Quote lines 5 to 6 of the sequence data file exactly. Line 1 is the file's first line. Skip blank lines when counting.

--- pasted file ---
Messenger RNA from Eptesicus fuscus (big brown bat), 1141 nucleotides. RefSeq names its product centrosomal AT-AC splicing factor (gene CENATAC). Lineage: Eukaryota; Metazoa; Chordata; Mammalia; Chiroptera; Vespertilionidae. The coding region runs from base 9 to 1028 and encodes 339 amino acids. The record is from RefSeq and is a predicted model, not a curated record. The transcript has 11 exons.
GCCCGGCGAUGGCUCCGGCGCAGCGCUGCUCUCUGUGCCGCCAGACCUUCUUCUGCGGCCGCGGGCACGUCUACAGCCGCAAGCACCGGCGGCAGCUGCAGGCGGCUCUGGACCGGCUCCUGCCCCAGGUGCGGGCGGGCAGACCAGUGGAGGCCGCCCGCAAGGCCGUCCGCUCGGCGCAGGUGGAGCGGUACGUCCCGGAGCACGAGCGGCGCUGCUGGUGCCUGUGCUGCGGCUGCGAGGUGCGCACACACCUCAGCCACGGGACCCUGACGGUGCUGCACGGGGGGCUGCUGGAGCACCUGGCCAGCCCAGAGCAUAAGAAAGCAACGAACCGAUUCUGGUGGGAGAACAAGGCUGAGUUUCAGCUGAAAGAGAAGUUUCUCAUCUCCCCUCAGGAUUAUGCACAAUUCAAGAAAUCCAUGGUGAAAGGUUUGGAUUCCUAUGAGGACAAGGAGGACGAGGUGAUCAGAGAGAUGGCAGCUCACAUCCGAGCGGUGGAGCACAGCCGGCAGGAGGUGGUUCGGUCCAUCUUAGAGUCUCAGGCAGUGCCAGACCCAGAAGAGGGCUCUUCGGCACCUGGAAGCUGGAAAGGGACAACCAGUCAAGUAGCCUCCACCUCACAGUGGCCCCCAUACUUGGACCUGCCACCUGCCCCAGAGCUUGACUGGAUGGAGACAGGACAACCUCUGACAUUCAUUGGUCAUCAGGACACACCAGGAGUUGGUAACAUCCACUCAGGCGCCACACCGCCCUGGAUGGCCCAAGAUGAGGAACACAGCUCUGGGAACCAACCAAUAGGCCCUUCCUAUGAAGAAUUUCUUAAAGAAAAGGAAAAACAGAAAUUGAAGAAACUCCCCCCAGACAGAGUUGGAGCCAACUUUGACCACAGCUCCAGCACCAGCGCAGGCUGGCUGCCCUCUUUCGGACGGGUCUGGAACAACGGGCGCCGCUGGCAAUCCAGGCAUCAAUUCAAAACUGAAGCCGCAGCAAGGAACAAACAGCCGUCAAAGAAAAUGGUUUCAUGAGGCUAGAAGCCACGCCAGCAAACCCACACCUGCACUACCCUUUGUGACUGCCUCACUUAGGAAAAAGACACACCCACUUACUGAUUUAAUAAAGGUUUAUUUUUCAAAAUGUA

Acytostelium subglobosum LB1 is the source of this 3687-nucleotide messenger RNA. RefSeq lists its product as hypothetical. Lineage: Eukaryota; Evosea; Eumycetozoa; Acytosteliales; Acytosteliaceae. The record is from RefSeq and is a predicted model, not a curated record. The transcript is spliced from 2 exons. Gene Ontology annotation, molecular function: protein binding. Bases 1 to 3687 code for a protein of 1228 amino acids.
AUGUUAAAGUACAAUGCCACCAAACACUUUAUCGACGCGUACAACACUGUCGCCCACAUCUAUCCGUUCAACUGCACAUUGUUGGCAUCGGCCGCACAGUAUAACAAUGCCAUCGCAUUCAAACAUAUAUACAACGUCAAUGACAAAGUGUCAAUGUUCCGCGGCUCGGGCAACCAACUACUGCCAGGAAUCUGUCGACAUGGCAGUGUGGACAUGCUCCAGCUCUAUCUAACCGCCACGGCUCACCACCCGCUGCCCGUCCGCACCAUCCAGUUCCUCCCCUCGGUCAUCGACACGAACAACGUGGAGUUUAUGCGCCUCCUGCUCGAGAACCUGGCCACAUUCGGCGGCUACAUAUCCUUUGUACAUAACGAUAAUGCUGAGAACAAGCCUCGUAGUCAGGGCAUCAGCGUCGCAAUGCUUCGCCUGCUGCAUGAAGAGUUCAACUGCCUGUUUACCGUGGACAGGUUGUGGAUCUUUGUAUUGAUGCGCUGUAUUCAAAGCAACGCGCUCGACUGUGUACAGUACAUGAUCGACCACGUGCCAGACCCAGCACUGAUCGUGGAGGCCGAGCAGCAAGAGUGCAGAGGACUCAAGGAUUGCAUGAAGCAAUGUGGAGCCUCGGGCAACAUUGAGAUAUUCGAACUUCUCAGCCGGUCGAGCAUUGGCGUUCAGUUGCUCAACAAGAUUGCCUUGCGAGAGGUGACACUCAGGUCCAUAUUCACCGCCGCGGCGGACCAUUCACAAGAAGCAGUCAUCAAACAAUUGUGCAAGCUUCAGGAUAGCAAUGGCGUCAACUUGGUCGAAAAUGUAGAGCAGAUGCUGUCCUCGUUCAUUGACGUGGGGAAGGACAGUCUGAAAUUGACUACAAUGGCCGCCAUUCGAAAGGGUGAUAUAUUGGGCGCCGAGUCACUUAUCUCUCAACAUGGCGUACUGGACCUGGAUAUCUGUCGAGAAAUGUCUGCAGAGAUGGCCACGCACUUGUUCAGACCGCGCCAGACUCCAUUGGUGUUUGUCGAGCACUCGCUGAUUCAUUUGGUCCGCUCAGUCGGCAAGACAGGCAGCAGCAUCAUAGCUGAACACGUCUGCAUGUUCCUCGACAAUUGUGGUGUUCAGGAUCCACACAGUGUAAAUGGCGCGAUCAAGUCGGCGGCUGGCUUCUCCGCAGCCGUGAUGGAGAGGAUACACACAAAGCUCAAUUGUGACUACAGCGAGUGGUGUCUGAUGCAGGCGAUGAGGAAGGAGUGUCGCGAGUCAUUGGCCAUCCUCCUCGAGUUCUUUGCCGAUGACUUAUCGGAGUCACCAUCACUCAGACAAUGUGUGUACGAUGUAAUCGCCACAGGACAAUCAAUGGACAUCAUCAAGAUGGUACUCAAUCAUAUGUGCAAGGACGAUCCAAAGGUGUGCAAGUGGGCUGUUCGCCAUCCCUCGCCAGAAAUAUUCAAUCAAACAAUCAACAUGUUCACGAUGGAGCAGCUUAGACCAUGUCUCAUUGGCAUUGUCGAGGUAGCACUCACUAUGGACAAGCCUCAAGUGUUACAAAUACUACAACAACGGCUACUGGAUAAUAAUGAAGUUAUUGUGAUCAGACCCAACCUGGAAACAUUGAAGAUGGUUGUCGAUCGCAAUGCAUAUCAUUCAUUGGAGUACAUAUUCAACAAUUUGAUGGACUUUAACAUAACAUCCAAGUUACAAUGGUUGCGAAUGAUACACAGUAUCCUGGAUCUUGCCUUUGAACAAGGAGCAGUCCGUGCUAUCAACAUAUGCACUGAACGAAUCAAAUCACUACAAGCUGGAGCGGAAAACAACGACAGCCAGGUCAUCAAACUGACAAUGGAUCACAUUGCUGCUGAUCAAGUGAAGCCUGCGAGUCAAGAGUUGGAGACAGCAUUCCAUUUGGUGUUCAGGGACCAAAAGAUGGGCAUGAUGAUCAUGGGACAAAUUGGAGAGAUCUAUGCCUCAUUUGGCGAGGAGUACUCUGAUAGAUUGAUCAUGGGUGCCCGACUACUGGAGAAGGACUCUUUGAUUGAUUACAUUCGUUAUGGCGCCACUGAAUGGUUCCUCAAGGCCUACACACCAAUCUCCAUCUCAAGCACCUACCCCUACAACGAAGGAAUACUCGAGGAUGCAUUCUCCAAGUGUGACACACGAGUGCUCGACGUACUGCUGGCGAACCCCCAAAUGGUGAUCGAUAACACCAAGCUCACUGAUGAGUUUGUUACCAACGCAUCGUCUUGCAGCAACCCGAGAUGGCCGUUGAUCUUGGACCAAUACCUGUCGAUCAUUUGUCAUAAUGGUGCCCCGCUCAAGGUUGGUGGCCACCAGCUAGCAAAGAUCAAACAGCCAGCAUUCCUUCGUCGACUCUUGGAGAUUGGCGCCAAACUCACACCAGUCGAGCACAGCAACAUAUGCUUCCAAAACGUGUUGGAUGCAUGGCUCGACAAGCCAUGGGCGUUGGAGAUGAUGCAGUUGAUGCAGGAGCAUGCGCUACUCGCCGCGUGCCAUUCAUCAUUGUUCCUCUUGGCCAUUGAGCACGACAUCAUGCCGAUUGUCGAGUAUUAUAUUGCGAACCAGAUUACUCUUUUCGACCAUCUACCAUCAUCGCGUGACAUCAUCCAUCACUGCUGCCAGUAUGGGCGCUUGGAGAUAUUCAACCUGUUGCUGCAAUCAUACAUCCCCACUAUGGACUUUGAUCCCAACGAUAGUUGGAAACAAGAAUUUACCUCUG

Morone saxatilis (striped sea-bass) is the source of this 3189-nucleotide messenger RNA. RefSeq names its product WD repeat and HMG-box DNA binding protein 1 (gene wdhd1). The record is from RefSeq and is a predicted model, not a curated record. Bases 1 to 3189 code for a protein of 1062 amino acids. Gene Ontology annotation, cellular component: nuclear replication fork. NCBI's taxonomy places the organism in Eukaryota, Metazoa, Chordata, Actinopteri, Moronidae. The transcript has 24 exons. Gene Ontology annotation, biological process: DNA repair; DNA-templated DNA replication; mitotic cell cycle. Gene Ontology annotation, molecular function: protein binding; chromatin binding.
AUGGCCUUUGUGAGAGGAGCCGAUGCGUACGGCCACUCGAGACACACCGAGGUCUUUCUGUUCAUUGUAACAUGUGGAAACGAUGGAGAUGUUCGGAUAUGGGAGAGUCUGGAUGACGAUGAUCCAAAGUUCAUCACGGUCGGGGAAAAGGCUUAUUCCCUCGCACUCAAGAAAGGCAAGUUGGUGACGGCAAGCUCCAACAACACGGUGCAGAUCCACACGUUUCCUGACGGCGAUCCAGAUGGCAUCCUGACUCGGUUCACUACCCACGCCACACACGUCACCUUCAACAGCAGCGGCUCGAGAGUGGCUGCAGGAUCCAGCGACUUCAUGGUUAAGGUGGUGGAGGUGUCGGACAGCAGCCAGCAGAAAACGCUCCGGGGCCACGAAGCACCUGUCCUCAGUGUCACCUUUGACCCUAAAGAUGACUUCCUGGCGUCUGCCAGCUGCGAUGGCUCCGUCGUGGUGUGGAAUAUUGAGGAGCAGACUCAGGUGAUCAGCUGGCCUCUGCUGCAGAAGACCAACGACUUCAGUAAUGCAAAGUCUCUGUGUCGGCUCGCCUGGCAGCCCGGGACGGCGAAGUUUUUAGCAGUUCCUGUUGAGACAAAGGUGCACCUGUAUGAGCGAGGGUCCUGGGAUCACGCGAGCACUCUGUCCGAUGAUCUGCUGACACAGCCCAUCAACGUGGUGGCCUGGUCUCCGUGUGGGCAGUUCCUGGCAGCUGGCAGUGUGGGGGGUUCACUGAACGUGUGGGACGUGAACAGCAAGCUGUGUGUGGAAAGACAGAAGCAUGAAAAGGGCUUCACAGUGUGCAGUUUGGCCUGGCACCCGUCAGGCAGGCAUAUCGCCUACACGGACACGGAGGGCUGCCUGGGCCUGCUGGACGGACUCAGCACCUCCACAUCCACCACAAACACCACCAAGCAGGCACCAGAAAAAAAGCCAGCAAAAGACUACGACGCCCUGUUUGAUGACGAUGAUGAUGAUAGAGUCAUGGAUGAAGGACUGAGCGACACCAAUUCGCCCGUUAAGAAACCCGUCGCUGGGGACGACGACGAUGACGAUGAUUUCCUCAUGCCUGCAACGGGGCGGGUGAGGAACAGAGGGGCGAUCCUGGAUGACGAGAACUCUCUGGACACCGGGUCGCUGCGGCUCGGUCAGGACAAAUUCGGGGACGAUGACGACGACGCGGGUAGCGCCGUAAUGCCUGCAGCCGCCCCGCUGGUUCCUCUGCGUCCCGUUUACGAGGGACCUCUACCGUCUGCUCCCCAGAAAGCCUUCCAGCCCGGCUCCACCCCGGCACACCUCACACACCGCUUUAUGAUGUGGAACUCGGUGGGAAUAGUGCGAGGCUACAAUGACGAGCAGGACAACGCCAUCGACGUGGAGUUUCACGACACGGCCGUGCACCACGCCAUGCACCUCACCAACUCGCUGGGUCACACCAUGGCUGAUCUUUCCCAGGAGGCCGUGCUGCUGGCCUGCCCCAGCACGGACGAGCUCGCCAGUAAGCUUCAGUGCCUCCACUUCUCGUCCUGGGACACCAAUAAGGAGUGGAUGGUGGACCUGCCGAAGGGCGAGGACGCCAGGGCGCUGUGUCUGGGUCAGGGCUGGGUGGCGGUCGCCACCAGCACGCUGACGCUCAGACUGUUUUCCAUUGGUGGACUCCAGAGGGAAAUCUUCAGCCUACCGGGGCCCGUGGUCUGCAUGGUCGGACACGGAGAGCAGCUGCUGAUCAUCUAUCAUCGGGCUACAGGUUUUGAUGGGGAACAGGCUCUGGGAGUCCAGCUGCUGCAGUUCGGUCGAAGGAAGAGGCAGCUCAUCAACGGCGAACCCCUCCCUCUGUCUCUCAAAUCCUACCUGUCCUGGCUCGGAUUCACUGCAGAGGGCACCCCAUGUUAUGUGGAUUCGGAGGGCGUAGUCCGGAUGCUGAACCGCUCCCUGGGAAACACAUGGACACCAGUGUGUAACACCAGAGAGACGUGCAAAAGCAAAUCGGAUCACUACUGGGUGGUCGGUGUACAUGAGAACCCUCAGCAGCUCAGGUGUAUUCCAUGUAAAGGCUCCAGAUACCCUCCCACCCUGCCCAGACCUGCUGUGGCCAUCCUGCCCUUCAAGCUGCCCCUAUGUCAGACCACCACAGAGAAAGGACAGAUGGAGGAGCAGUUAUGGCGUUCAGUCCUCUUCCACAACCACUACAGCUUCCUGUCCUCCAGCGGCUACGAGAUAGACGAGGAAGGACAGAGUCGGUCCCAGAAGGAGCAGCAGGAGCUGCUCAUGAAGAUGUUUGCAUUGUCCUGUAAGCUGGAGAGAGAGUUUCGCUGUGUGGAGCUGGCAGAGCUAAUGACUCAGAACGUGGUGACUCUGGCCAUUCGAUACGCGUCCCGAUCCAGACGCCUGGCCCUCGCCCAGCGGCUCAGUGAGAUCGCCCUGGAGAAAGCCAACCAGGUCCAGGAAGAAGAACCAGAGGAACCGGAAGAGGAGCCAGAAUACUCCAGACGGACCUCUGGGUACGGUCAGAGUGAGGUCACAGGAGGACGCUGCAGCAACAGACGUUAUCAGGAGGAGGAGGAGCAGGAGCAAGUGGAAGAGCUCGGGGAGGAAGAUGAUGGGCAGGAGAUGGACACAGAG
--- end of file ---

Morone saxatilis (striped sea-bass) is the source of this 3189-nucleotide messenger RNA. RefSeq names its product WD repeat and HMG-box DNA binding protein 1 (gene wdhd1). The record is from RefSeq and is a predicted model, not a curated record. Bases 1 to 3189 code for a protein of 1062 amino acids. Gene Ontology annotation, cellular component: nuclear replication fork. NCBI's taxonomy places the organism in Eukaryota, Metazoa, Chordata, Actinopteri, Moronidae. The transcript has 24 exons. Gene Ontology annotation, biological process: DNA repair; DNA-templated DNA replication; mitotic cell cycle. Gene Ontology annotation, molecular function: protein binding; chromatin binding.
AUGGCCUUUGUGAGAGGAGCCGAUGCGUACGGCCACUCGAGACACACCGAGGUCUUUCUGUUCAUUGUAACAUGUGGAAACGAUGGAGAUGUUCGGAUAUGGGAGAGUCUGGAUGACGAUGAUCCAAAGUUCAUCACGGUCGGGGAAAAGGCUUAUUCCCUCGCACUCAAGAAAGGCAAGUUGGUGACGGCAAGCUCCAACAACACGGUGCAGAUCCACACGUUUCCUGACGGCGAUCCAGAUGGCAUCCUGACUCGGUUCACUACCCACGCCACACACGUCACCUUCAACAGCAGCGGCUCGAGAGUGGCUGCAGGAUCCAGCGACUUCAUGGUUAAGGUGGUGGAGGUGUCGGACAGCAGCCAGCAGAAAACGCUCCGGGGCCACGAAGCACCUGUCCUCAGUGUCACCUUUGACCCUAAAGAUGACUUCCUGGCGUCUGCCAGCUGCGAUGGCUCCGUCGUGGUGUGGAAUAUUGAGGAGCAGACUCAGGUGAUCAGCUGGCCUCUGCUGCAGAAGACCAACGACUUCAGUAAUGCAAAGUCUCUGUGUCGGCUCGCCUGGCAGCCCGGGACGGCGAAGUUUUUAGCAGUUCCUGUUGAGACAAAGGUGCACCUGUAUGAGCGAGGGUCCUGGGAUCACGCGAGCACUCUGUCCGAUGAUCUGCUGACACAGCCCAUCAACGUGGUGGCCUGGUCUCCGUGUGGGCAGUUCCUGGCAGCUGGCAGUGUGGGGGGUUCACUGAACGUGUGGGACGUGAACAGCAAGCUGUGUGUGGAAAGACAGAAGCAUGAAAAGGGCUUCACAGUGUGCAGUUUGGCCUGGCACCCGUCAGGCAGGCAUAUCGCCUACACGGACACGGAGGGCUGCCUGGGCCUGCUGGACGGACUCAGCACCUCCACAUCCACCACAAACACCACCAAGCAGGCACCAGAAAAAAAGCCAGCAAAAGACUACGACGCCCUGUUUGAUGACGAUGAUGAUGAUAGAGUCAUGGAUGAAGGACUGAGCGACACCAAUUCGCCCGUUAAGAAACCCGUCGCUGGGGACGACGACGAUGACGAUGAUUUCCUCAUGCCUGCAACGGGGCGGGUGAGGAACAGAGGGGCGAUCCUGGAUGACGAGAACUCUCUGGACACCGGGUCGCUGCGGCUCGGUCAGGACAAAUUCGGGGACGAUGACGACGACGCGGGUAGCGCCGUAAUGCCUGCAGCCGCCCCGCUGGUUCCUCUGCGUCCCGUUUACGAGGGACCUCUACCGUCUGCUCCCCAGAAAGCCUUCCAGCCCGGCUCCACCCCGGCACACCUCACACACCGCUUUAUGAUGUGGAACUCGGUGGGAAUAGUGCGAGGCUACAAUGACGAGCAGGACAACGCCAUCGACGUGGAGUUUCACGACACGGCCGUGCACCACGCCAUGCACCUCACCAACUCGCUGGGUCACACCAUGGCUGAUCUUUCCCAGGAGGCCGUGCUGCUGGCCUGCCCCAGCACGGACGAGCUCGCCAGUAAGCUUCAGUGCCUCCACUUCUCGUCCUGGGACACCAAUAAGGAGUGGAUGGUGGACCUGCCGAAGGGCGAGGACGCCAGGGCGCUGUGUCUGGGUCAGGGCUGGGUGGCGGUCGCCACCAGCACGCUGACGCUCAGACUGUUUUCCAUUGGUGGACUCCAGAGGGAAAUCUUCAGCCUACCGGGGCCCGUGGUCUGCAUGGUCGGACACGGAGAGCAGCUGCUGAUCAUCUAUCAUCGGGCUACAGGUUUUGAUGGGGAACAGGCUCUGGGAGUCCAGCUGCUGCAGUUCGGUCGAAGGAAGAGGCAGCUCAUCAACGGCGAACCCCUCCCUCUGUCUCUCAAAUCCUACCUGUCCUGGCUCGGAUUCACUGCAGAGGGCACCCCAUGUUAUGUGGAUUCGGAGGGCGUAGUCCGGAUGCUGAACCGCUCCCUGGGAAACACAUGGACACCAGUGUGUAACACCAGAGAGACGUGCAAAAGCAAAUCGGAUCACUACUGGGUGGUCGGUGUACAUGAGAACCCUCAGCAGCUCAGGUGUAUUCCAUGUAAAGGCUCCAGAUACCCUCCCACCCUGCCCAGACCUGCUGUGGCCAUCCUGCCCUUCAAGCUGCCCCUAUGUCAGACCACCACAGAGAAAGGACAGAUGGAGGAGCAGUUAUGGCGUUCAGUCCUCUUCCACAACCACUACAGCUUCCUGUCCUCCAGCGGCUACGAGAUAGACGAGGAAGGACAGAGUCGGUCCCAGAAGGAGCAGCAGGAGCUGCUCAUGAAGAUGUUUGCAUUGUCCUGUAAGCUGGAGAGAGAGUUUCGCUGUGUGGAGCUGGCAGAGCUAAUGACUCAGAACGUGGUGACUCUGGCCAUUCGAUACGCGUCCCGAUCCAGACGCCUGGCCCUCGCCCAGCGGCUCAGUGAGAUCGCCCUGGAGAAAGCCAACCAGGUCCAGGAAGAAGAACCAGAGGAACCGGAAGAGGAGCCAGAAUACUCCAGACGGACCUCUGGGUACGGUCAGAGUGAGGUCACAGGAGGACGCUGCAGCAACAGACGUUAUCAGGAGGAGGAGGAGCAGGAGCAAGUGGAAGAGCUCGGGGAGGAAGAUGAUGGGCAGGAGAUGGACACAGAG